Letter to Mr Writer S Block

Dear Sir,

I would have normally begun with a pleasantry but Dr Khan tells me too much of anything is not good for one’s health. I wish to be of no inconvenience to you and desire to convey my message amicably.

You see, you think yourself to be very clever, springing your sudden attacks on unsuspecting victims and feasting on their creative juices. You hide behind the ragged paisley curtains and like a tiger behind the bushes, you wait for your chance to pounce on your prey.

But that’s where you are wrong, Mr Block. Not all of us are unsuspecting. Through the gaping slits of our ancient drapes, we can see your crooked nose and your protruding tummy (full of the voices of your other victims). Not to mention the pool of drool that collects on the floor. You make quite the mess, Writey.  Can I call you that? We’re friends after all, aren’t we?

And then we take notice of that horrible, ink-soaked stench that ominously gives away your presence. It floods into our nostrils and drains into our brains, meandering through the winding synapses as the River Nil. We realise we have been infected and look up fearfully.

As Emma storms out of the window ( syllabic snow and all), she blows your cover off completely. And there you stand – wide-mouthed, ready to take your first swig from this person. Has no one ever told you to brush your teeth, Writey? See how black they are. Ink sticks to your teeth, I suppose. But brush you must. Even vampires do that.

I’m not sure how you feel after that. Perhaps you complain about the person’s singular taste for romantic horror. Or perhaps you ponder over the exceedingly alien flavour of the space-time fabric. Or perhaps you enjoy the Prose Milkshake, sip-by-sip, savouring it for weeks. You have your favourites as well, I assume – the ones you care for so dearly, that you cannot live for a month without them. That is called an addiction, my dear. And it doesn’t do well to be an addict. Dr Khan knows an excellent rehabilitation centre just a few miles away from Atlantis. The results, I gather, are tremendous!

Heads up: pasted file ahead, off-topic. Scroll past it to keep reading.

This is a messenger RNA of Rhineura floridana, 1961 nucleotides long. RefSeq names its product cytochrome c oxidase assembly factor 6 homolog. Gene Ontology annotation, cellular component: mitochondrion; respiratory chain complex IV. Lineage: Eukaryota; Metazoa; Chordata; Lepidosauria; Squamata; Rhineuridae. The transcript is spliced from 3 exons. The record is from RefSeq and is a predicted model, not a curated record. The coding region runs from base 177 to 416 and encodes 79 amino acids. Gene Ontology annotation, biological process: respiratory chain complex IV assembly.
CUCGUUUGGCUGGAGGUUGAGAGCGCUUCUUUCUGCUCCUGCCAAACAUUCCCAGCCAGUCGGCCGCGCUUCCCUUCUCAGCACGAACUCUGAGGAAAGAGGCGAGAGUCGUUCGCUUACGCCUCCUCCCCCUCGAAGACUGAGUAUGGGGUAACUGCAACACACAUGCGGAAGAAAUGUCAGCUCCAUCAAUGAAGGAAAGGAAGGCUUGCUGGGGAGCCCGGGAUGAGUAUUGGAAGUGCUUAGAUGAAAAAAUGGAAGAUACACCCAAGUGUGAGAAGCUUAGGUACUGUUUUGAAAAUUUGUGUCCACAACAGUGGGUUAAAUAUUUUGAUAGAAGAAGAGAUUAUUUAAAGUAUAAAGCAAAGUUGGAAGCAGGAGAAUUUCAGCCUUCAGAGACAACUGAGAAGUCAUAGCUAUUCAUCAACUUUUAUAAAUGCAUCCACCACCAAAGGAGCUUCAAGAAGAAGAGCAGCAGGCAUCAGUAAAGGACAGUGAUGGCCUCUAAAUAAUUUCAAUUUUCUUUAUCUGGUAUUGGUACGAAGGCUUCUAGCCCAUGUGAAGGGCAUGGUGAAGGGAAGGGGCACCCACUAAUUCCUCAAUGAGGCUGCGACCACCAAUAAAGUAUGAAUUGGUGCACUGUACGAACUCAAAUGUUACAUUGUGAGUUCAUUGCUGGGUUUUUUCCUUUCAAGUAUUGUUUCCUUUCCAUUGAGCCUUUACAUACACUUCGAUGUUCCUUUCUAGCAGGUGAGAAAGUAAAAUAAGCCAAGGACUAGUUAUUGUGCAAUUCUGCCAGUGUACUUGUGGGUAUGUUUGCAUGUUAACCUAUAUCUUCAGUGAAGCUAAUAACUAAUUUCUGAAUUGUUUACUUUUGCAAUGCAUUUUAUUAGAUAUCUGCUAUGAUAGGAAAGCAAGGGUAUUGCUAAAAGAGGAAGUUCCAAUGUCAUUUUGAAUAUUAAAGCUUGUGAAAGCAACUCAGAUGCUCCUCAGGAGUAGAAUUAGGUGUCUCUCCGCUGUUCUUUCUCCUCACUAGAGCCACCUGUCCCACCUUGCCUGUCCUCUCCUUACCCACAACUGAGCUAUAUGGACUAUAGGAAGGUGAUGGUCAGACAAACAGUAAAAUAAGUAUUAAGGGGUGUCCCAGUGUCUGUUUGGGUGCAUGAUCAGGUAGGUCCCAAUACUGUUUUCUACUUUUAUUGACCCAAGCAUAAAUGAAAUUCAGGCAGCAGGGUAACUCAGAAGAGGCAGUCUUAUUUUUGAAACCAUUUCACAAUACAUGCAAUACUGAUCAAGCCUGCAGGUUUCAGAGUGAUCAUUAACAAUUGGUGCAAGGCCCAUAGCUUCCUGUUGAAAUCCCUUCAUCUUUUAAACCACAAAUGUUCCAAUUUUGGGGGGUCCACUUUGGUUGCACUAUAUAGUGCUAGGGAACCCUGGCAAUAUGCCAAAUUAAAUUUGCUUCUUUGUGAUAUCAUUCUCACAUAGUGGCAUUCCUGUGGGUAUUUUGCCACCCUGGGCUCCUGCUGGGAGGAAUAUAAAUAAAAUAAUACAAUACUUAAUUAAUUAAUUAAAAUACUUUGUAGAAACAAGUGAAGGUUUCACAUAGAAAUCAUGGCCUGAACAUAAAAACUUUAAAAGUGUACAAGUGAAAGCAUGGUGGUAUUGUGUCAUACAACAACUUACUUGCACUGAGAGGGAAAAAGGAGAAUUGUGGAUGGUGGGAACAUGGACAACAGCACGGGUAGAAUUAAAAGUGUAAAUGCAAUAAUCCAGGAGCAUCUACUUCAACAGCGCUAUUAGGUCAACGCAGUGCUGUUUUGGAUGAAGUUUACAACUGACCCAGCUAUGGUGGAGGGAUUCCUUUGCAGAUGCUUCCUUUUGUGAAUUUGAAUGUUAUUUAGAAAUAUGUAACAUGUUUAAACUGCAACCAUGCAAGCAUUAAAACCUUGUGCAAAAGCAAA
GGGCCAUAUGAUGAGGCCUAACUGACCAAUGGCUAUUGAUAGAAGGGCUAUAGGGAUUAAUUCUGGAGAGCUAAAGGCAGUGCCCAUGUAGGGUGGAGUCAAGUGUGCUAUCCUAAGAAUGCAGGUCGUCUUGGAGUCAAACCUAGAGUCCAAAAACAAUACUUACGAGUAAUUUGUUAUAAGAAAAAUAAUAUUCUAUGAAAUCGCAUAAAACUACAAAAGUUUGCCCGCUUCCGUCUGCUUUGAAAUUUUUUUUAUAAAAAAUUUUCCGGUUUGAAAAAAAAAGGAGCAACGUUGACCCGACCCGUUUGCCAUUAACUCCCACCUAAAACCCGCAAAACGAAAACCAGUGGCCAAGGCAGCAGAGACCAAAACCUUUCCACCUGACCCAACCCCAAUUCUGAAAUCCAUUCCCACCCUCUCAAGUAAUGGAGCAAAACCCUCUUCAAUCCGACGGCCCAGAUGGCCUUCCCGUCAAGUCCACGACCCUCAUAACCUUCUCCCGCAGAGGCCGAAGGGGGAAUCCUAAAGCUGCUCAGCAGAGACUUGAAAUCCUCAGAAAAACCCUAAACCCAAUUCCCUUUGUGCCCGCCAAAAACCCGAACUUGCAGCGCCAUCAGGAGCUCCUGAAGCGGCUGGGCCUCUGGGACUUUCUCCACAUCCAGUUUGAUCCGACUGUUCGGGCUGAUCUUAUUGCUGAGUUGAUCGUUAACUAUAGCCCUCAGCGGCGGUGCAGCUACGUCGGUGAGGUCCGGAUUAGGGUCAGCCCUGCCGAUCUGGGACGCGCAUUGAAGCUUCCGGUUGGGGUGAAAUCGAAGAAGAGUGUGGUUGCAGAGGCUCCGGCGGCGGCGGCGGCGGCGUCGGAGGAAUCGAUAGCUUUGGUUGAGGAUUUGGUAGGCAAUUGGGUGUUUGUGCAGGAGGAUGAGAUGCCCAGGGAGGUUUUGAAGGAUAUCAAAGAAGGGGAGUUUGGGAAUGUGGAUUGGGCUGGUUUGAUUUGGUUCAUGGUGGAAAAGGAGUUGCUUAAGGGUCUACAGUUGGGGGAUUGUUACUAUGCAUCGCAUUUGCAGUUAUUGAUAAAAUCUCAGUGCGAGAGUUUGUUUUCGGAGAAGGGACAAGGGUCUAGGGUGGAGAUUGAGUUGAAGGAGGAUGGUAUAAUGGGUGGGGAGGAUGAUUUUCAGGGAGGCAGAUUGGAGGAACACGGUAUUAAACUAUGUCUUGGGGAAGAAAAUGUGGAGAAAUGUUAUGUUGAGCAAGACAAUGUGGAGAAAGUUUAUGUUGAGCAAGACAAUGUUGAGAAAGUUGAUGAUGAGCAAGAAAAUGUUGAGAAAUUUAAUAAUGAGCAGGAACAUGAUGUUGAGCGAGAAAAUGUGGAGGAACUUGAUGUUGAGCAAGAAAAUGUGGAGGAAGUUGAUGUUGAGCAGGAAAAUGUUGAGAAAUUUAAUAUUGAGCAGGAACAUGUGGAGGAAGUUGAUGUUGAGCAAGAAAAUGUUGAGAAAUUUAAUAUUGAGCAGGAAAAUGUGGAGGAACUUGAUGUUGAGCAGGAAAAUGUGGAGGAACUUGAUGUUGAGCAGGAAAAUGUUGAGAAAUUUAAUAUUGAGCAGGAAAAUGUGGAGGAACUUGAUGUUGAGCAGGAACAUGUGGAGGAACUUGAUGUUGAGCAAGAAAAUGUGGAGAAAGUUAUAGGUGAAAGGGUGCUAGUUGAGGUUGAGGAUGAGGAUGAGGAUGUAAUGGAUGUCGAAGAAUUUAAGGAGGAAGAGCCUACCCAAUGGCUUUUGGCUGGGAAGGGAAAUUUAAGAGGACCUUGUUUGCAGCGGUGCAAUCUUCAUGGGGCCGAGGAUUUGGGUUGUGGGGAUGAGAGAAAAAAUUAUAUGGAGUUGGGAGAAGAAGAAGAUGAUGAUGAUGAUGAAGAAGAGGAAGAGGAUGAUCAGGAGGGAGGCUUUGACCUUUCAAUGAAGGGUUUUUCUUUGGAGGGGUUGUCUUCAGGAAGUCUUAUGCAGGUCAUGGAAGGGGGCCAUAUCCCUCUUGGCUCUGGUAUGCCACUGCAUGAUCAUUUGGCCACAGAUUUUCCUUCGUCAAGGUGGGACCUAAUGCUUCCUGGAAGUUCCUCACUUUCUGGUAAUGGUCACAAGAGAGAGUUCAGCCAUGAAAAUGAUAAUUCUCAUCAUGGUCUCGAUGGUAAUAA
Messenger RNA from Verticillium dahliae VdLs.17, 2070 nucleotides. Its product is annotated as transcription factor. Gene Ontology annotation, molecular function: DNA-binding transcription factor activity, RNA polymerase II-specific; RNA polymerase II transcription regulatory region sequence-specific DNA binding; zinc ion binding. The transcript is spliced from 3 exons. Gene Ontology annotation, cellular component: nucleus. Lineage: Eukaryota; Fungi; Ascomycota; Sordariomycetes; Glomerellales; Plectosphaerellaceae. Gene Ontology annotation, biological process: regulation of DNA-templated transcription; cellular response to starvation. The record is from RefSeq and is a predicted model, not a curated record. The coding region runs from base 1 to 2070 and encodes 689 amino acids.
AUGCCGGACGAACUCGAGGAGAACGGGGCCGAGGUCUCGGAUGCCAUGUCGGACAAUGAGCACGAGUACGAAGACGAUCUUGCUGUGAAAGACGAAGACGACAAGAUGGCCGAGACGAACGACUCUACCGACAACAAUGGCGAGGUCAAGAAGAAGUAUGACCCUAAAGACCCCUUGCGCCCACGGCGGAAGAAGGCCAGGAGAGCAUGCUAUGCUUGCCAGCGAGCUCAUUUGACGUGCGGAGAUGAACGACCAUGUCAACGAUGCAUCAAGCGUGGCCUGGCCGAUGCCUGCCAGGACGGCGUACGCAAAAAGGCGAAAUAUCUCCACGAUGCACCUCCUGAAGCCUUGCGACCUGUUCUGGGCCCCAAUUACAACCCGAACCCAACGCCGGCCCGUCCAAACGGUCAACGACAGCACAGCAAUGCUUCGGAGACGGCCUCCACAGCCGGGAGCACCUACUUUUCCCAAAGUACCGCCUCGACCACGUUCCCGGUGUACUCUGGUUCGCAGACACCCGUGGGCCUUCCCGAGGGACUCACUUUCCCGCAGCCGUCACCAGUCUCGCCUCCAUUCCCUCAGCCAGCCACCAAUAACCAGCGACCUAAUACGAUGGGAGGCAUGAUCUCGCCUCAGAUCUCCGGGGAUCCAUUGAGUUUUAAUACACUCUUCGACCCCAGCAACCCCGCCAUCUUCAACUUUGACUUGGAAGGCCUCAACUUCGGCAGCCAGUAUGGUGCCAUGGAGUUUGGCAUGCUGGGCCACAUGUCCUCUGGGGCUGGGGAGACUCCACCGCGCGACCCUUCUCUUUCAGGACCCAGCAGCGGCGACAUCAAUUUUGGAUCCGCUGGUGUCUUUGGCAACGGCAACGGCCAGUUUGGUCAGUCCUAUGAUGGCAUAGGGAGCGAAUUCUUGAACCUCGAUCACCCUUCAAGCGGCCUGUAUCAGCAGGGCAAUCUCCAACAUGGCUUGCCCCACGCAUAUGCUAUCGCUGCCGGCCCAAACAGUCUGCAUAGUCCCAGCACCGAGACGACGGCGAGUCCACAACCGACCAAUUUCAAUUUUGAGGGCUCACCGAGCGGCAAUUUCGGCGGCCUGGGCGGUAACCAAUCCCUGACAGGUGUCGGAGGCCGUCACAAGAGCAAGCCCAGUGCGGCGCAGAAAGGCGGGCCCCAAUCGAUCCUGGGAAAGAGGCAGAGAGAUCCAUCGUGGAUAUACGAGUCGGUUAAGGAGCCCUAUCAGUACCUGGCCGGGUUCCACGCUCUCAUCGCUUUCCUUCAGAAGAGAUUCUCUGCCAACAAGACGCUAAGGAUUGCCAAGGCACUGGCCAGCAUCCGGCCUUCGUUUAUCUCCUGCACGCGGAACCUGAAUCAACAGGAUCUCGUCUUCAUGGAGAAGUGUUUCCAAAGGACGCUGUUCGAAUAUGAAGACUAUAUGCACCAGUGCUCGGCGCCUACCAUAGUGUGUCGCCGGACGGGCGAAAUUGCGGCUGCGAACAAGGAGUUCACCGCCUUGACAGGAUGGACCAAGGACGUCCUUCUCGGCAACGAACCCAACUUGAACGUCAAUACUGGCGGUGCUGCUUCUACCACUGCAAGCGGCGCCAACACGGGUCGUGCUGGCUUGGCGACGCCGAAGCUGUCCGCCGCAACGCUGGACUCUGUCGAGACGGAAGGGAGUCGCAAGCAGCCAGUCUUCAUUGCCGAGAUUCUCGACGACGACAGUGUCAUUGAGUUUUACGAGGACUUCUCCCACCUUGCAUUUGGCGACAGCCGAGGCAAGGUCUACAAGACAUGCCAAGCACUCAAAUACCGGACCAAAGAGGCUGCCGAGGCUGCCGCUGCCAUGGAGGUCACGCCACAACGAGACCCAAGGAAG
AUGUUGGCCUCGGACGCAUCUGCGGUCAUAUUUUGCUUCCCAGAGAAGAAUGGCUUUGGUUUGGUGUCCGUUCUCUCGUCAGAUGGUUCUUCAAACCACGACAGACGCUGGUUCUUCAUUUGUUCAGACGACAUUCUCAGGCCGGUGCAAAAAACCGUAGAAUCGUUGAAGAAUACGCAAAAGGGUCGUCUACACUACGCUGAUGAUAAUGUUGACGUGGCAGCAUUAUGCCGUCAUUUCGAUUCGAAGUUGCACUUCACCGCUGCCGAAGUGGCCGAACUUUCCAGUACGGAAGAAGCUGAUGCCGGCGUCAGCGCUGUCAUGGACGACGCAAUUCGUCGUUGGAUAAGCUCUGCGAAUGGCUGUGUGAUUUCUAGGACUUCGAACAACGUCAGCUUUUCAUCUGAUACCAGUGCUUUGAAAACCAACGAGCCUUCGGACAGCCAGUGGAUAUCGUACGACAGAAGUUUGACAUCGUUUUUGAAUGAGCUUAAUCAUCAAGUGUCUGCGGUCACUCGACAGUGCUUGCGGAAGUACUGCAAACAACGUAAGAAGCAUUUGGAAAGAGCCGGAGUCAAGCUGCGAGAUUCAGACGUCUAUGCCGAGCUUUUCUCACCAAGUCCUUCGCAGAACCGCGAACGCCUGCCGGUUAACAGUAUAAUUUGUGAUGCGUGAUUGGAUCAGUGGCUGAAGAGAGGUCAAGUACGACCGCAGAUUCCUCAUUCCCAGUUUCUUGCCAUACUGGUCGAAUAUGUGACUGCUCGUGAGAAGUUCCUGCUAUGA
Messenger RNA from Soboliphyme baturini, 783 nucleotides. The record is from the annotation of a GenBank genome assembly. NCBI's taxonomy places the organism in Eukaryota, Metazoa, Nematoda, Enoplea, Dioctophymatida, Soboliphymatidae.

As a good friend of yours, I advise you to take a break from your job. Of course, you really are an inspiration to those who want to make their passion their chief employ, but a workaholic often tends to miss out on the better things life has to offer.

Have you got a Mrs Block? No? Well, you must find one! Go on, then. You deserve a honeymoon for all your exemplary efforts so far. I urge you to seek the love of your life and let the work pile up. It can look after itself for some time.

I only have your health and well-being in mind, Writey. You are an old man and you do not deserve to live your life in solitude and selfish service. I’ll ask Dr Khan to send you the address. Do visit that place and save yourself. All the best, dear.

Not hoping to receive a reply from you. 🙂

Love,

Padma.

Letter

Written based on a prompt on blog.reedsy.com 

 

 

 

 

 

 

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